Over 20 years ago, my family left metropolitan life and moved to the Australian regional centre of Ballarat. Located an easy 90-minute drive west of Melbourne, the city is renowned in Australia and abroad for its goldrush history. However, I like to think of its claim-to-fame as being the fact that Australia’s first ever Baha’i woman Effie Baker was raised there, and it was in Ballarat where she received the knowledge and training that would ultimately lead to her serving the Faith as one of its most notable photographers.

With a population of about 100,000, Ballarat is certainly rich in culture, history and heritage. But the reason I love my hometown most of all is because of the strong sense of love, unity and devotion which underpins the Baha’i community. While relatively small (we have less than 30 adult believers and about 15 children and junior youth), we have always managed to work within our means to serve the Faith in a spirit of utmost humility, forging a pattern of collective life that is warm, inclusive and ever-advancing.  Continue reading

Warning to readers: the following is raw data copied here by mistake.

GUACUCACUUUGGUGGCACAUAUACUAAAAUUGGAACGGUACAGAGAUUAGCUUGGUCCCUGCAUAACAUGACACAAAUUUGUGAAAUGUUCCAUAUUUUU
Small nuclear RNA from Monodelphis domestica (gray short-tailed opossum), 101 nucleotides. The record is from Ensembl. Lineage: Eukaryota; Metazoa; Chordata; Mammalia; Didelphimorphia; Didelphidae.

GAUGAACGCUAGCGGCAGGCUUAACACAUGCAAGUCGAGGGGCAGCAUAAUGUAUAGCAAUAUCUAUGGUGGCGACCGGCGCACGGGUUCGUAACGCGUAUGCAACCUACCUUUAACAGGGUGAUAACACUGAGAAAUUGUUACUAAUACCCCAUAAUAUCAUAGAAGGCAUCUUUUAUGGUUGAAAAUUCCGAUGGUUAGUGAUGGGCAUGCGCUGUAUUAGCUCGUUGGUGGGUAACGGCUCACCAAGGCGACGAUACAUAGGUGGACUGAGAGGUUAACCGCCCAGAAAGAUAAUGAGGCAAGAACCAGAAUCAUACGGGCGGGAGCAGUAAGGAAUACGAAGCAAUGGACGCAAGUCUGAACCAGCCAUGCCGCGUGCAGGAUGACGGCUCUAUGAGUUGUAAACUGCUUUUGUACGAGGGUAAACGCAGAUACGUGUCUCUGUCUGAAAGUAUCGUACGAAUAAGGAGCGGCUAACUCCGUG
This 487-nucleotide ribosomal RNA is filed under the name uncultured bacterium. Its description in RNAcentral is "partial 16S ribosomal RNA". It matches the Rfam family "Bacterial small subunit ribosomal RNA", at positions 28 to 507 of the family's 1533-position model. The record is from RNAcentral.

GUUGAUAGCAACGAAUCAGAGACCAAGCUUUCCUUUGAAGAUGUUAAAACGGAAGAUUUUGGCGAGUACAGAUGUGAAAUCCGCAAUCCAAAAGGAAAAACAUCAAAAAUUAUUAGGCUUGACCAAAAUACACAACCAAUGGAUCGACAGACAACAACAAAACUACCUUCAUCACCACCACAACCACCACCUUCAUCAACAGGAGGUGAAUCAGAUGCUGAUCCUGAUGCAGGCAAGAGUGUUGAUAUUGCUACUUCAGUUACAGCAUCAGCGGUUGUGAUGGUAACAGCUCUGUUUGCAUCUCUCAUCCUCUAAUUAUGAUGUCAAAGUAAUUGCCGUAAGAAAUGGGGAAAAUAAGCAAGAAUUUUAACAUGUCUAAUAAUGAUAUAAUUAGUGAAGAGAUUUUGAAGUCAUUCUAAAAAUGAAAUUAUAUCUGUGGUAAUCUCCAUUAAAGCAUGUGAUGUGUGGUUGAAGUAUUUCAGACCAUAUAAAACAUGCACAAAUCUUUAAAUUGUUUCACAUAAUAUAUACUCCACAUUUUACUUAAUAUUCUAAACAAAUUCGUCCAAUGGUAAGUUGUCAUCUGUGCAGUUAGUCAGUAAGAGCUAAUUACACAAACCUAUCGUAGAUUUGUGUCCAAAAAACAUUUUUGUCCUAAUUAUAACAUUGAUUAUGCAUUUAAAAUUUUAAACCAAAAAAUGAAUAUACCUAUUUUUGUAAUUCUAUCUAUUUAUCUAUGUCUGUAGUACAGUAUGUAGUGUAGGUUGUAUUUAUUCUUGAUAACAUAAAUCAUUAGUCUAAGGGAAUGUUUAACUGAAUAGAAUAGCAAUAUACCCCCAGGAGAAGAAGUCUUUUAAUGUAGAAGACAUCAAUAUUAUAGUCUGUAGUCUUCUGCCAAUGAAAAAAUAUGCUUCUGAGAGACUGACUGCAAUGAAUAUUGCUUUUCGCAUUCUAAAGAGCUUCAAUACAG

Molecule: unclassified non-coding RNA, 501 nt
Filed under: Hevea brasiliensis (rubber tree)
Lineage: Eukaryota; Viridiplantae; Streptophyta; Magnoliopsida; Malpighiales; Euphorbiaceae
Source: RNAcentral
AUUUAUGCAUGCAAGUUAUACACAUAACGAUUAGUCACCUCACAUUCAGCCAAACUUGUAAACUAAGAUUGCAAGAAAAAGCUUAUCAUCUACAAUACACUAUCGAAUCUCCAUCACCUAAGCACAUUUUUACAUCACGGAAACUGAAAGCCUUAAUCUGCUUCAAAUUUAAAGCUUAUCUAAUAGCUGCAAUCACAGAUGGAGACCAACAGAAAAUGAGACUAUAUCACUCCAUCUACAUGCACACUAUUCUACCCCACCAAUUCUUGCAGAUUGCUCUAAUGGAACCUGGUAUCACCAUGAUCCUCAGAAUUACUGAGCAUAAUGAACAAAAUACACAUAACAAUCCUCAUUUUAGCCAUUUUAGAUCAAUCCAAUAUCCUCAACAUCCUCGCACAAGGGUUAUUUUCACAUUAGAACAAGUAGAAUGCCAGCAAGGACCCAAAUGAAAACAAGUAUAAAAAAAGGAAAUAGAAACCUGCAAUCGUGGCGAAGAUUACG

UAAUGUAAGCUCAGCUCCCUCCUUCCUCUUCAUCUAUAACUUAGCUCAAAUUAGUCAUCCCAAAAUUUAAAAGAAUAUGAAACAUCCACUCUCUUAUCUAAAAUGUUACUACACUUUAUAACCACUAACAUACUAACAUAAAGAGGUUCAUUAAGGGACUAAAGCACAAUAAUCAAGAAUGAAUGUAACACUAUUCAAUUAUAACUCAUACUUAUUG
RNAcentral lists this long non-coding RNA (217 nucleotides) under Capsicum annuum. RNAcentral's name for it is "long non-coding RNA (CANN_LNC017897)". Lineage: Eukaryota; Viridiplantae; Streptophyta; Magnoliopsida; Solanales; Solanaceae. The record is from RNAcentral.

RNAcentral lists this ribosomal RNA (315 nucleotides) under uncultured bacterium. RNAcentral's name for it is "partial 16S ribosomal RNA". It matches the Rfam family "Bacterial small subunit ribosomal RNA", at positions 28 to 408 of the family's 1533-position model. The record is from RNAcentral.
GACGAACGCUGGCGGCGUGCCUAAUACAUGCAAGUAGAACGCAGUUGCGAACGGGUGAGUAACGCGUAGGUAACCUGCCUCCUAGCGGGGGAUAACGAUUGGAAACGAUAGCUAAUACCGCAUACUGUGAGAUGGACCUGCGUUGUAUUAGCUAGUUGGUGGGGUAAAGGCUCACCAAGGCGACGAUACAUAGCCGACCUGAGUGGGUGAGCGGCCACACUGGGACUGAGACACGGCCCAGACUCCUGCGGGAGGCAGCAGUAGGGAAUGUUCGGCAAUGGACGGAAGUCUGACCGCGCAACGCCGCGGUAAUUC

The Tablet of Visitation: A Personal Reflection

They say if you want to remember a particular moment in your life, you should listen to a piece of music. Melodies help us recall the very shape and form of an experience or moment in time. The same can be said about fragrance. Wear one type of perfume for a set period and you will always associate that scent with that same period in your life.

During her last month of volunteer service in the Holy Land, my sister-in-law listened to one selection of music only. Upon her return home and whenever she heard those specific melodies, she would immediately be carried away to Israel where the memories of her last few weeks in paradise replayed vividly in her heart, mind and soul.

The Writings of the Faith have a very similar effect on one’s senses. They are a melody, a fragrance, and they have the power to transport you to a different time or place – conjuring up memories, feelings and emotions of times gone by. Continue reading